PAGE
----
P320 ASP Part 2

Sig Sauer’s 4.5mm P320 ASP Part 2 Part 1 Part 3

9mm vs. 4.5mm

Shop Benjamin Rifles

By Dennis Adler

One less thing to complain about, the P320 ASP comes in a well constructed box with a two-piece clear molded liner to store the gun. The P320 ASP is shown with Sig Sauer’s own brand of cast alloy pellets which should generate the most velocity from the new CO2 semi-auto.

“Authentic Sig P320 weight, balance and handling” are the first words you see on the box for this new pellet-firing, blowback action airgun from Sig Sauer. Following the launch last year of the P226 ASP, Sig set out to build the P320 CO2 model to duplicate their polymer-framed, striker fired semi-auto in weight, balance and trigger pull, so that it too, could be used as a training aid like P226 ASP. Many on the consumer side are not impressed with what becomes a limiting factor in the Sig Sauer ASP designs, i.e., their non-functional components, and use of a traditional separate CO2 chamber and magazine. As a pellet firing pistol this latest model from Sig Sauer still raises the bar on overall design by introducing an innovative 30-round, rotary belt-fed magazine. As a blowback model, this is a benchmark in pellet-firing semi-auto air pistol design, making the small investment in a P320 ASP well worth while on that point alone.

Look closely, this is the Sig Sauer P320 Nitron 9mm model….
….and this is the CO2 model. Were it not for the telltale manual safety in place of the slide release the airgun would be nearly a 100 percent match. Even still, it is close enough to serve as a hand’s on training gun. Will the ASP get to play that role in the future, a future where the Sig Sauer P320 is the U.S. Army’s new military standard issue sidearm?

Comparable features that count

The P320 ASP is based on the standard P320 Nitron Full-Size centerfire model. Looking at the P320 ASP solely as a training aid, what is actually required to fulfill that role? The airgun has to duplicate the size, so that it fits the same holsters as the centerfire models; it has to allow for mounting of accessories such as tactical lights and light/laser combinations; it also must simulate the centerfire models carry weight, grip design, sighting system, and DAO trigger. That’s a long list of requirements. Add in blowback action, and the Sig Sauer P320 ASP meets every requirement for a training counterpart.

From a training standpoint the Sig Sauer P320 ASP has to fulfill several important roles beginning with the rear sights. On the P320 centerfire model (shown) the sights are SigLite tritium night sights.
The P320 ASP has white dot sights and though they appear to be dovetailed, they are in fact molded into the slide. For practice, they nearly duplicate the P320’s rear sights.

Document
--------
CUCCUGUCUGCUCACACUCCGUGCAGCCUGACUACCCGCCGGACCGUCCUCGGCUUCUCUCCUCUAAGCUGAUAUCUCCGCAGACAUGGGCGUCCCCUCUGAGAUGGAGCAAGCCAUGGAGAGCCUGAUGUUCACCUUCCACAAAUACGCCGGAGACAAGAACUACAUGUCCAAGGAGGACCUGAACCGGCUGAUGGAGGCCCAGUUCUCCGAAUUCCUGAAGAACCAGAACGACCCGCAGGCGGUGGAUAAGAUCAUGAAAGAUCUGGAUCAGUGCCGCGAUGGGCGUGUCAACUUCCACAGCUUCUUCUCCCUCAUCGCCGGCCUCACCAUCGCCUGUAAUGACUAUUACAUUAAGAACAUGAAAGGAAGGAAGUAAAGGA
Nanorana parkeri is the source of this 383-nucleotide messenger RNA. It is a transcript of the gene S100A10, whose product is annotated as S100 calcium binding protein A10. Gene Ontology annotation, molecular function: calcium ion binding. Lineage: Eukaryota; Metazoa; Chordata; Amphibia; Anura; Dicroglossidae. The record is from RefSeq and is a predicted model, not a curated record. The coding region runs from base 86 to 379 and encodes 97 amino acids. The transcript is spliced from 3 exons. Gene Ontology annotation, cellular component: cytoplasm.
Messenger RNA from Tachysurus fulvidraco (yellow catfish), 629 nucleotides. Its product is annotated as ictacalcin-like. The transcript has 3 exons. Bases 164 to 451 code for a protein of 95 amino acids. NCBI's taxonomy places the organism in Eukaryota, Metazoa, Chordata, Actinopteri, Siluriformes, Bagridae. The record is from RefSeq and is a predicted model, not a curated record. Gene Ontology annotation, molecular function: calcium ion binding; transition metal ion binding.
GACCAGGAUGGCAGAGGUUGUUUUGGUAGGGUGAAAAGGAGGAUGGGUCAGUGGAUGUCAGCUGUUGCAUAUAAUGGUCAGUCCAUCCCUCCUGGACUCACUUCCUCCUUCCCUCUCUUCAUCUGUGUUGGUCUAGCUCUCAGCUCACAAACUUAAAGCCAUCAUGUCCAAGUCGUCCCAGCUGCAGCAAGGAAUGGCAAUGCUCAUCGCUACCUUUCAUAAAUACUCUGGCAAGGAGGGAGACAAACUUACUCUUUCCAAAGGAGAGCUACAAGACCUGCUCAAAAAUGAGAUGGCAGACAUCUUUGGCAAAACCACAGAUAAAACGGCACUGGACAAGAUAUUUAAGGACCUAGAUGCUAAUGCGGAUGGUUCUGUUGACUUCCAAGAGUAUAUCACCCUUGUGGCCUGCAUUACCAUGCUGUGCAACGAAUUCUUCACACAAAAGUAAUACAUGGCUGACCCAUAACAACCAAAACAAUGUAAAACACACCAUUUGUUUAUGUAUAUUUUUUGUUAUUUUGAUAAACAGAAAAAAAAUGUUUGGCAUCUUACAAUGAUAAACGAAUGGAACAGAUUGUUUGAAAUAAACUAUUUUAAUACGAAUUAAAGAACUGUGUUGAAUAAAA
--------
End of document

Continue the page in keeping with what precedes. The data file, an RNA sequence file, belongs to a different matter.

Learning to acquire the sights and get the gun on target can be taught with the ASP, which can send a 4.5mm pellet downrange at over 400 fps to prove one’s ability to hit the target accurately at up to 10 meters. Granted there is a great absence of recoil, but the airgun still works as a very affordable teaching aid. This is the real P320.
The P320 ASP’s front sight is also a white dot and as the photo shows, everything looks about the same as the centerfire model right down to the contour of the slide and the front serrations.

Where the Sig falls below expectations is in not having a slide that locks back on an empty magazine, nor a functioning slide release (ambidextrous or otherwise). There is also the mandatory airgun manual safety that replaces the left slide release, and lastly, the ASP lacks a self-contained CO2 BB magazine, thereby eliminating accurate tactical and empty magazine reloading practice. If, in Sig Sauer’s estimation, these missing features are not as important as the primary functions duplicated from the centerfire model, the P320 ASP is better suited as a training gun than an “enthusiasts” air pistol. On the other hand, the ASP air pistol line is dedicated to firing more accurate 4.5mm (.177) lead or alloy pellets from a rifled steel barrel, and Sig did make one intriguing concession with the P320 ASP, designing the 30-round magazine to load either a pellet or a steel BB in each loop of the rotary belt.

In this side view of the P320 Nitron model the two big sacrifices of the airgun are revealed by the barrel lug and slide interface and left hand slide release.
Comparably sized, the P320 ASP has the weight and balance, but the blowback action slide has a molded in barrel lug slide interface and there is no ejection port when the slide retracts. The left slide release is replaced with a mandatory manual thumb safety, not so much a bother since the slide doesn’t lock back on an empty magazine.